Research conducted by the BBC apparently reveals that around 60% of viewers admit to having some difficulty hearing television programmes. Sadly I don’t think there are comparative figures for previous decades but I can’t help wondering if there might just be some correlation between this and the growing tendency in TV production to save money by not using a Sound Recordist or employing the skills of a Dubbing Mixer.
On a related topic, many of you will have experienced the annoying
jumps in volume between programmes and adverts as advertisers scramble to, literally, make themselves heard in a competitive market place. This has become a hot topic within the broadcast community in recent years, as regulators and broadcasters have striven to find a solution. A solution to what you may ask, just make the volume consistent so I don’t have to keep reaching for the remote every time there is an ad break! Well, I sympathise, but, preposterous as it may seem we have lacked an accurate way of measuring the loudness of these commercials.
Traditionally in broadcast, audio level, or volume has, most commonly, been measured as a peak value; that is to say the loudest point in the programme. Historically this was crucial in broadcasting because of the importance of not over modulated the transmitter. The drive to digital recording formats has also reinforced the dominance of the peak programme meter (PPM) as unlike analogue recording it has no toleration of peaks or overs, that is to say an input level which too high or too loud for it to cope with.
So, surprisingly, these commercials which have you franticly diving for the volume control don’t have a peak volume level which is any higher than the programmes they accompany, and yet they sound louder! Exactly why is beyond the remit of this short piece, (although I may return the subject in a future post), but suffice to say that is mainly achieved by tightly controlling the dynamics to make it the average level louder.
Alongside Peak Programme Meters we have also had V.U. or volume unit meters for many years (you may well have one on your home stereo) which show more of an averaged level than PPMs and so give a better sense of loudness but they miss certain critical factors of the audio signal, notably its peak level. So the industry found it had no way to accurately measure loudness and consequently no way of regulating the perceived volume of programmes and adverts.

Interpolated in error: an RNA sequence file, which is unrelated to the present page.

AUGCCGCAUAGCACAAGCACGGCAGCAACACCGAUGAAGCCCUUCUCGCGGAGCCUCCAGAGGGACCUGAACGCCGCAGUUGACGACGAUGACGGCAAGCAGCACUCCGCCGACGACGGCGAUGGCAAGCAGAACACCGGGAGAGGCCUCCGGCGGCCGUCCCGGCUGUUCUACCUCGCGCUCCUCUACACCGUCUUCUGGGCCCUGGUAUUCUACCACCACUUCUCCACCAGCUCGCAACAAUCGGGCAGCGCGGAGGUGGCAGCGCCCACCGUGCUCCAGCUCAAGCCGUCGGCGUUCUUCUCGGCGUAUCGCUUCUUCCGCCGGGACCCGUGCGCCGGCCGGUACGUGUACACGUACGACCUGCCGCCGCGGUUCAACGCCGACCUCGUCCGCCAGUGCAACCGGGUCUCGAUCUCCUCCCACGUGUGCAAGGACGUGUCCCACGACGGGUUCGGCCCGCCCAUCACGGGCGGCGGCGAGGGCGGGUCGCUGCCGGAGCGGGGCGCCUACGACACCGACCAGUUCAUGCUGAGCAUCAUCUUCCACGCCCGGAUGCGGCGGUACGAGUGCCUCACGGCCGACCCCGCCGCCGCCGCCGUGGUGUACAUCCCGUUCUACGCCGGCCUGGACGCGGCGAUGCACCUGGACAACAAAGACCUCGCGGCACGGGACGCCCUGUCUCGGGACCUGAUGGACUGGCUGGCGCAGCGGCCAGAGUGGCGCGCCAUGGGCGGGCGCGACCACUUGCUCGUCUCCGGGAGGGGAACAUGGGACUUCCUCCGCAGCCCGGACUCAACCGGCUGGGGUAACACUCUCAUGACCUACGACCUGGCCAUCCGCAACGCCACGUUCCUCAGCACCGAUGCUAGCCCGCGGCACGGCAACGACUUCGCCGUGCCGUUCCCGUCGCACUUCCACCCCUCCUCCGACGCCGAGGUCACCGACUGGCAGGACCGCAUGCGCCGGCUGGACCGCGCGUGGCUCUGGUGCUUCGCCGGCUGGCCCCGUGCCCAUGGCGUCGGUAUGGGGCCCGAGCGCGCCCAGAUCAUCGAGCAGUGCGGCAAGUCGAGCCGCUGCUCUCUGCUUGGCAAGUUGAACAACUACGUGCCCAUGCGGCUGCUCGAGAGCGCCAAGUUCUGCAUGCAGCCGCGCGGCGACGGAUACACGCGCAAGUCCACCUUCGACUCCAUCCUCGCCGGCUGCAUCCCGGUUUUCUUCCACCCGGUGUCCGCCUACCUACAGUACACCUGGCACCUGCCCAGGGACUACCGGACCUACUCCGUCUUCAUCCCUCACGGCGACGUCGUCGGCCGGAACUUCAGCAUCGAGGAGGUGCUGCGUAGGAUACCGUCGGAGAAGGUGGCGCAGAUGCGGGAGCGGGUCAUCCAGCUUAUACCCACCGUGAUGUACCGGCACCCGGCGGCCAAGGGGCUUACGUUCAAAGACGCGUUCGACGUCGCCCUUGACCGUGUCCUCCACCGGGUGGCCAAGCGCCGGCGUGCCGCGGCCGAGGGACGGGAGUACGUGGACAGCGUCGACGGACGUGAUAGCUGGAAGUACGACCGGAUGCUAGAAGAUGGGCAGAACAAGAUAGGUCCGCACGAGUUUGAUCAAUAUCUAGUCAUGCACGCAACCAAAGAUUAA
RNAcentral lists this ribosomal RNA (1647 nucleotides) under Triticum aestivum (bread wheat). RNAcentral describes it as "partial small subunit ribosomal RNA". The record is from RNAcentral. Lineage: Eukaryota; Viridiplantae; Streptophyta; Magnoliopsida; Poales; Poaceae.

Over the last few years a solution has been developed by the European Broadcasting Union which is a new type of metering as set out in their document: Loudness Recommendation EBU R128. This is quite different from the audio meters described above as they are both momentary measures of volume, that is to say it shows the signal level at any given split second in time. The EBU/ LUFS system factors in time, and actually measures the volume over a period, thus giving an accurate impression of the perceived volume to the human ear.
Some broadcasters across Europe have begun to implement the standard but take up is so far slow and whether it will become the universal standard it is designed to be remains to be seen. I certainly very much hope it does, as I feel that the viewing experience is marred by the current situation, and advertisers are actually alienating the viewing public; I wonder how many households are like ours and immediately mute the volume when to adverts come on. Of course that’s assuming they are not fast forwarding through them anyway, but that’s for another post!
Of course without dubbing mixers and sound recordists on productions you wonder whether there will be anyone capable of implementing the new standards, or indeed where the drive to do so will come from. All I would say is that it falls to all of us to demand good quality pictures and audio from the broadcasters we choose to view or subscribe to, and we should make our feelings known when they fall short. The alternative is to let yet another field that we once led the world in, slide into mediocrity!
If the new ‘loudness’ standards has been something you have been grappling with please don’t hesitate to contact us with your enquiries. We will be happy to supply further details of our R128 compliance service by return, just drop us a line via the contact page here!
Danny Cohen (Controller of BBC1 on the problem of audibility): http://www.bbc.co.uk/blogs/tv/2011/03/is-the-background-music-too-loud.shtml
BBC Acadamy guide on loudness:http://www.bbc.co.uk/guides/zs9jdxs#ztq6msg
EBU Guidance on R128 Loudness: https://tech.ebu.ch/docs/r/r128.pdf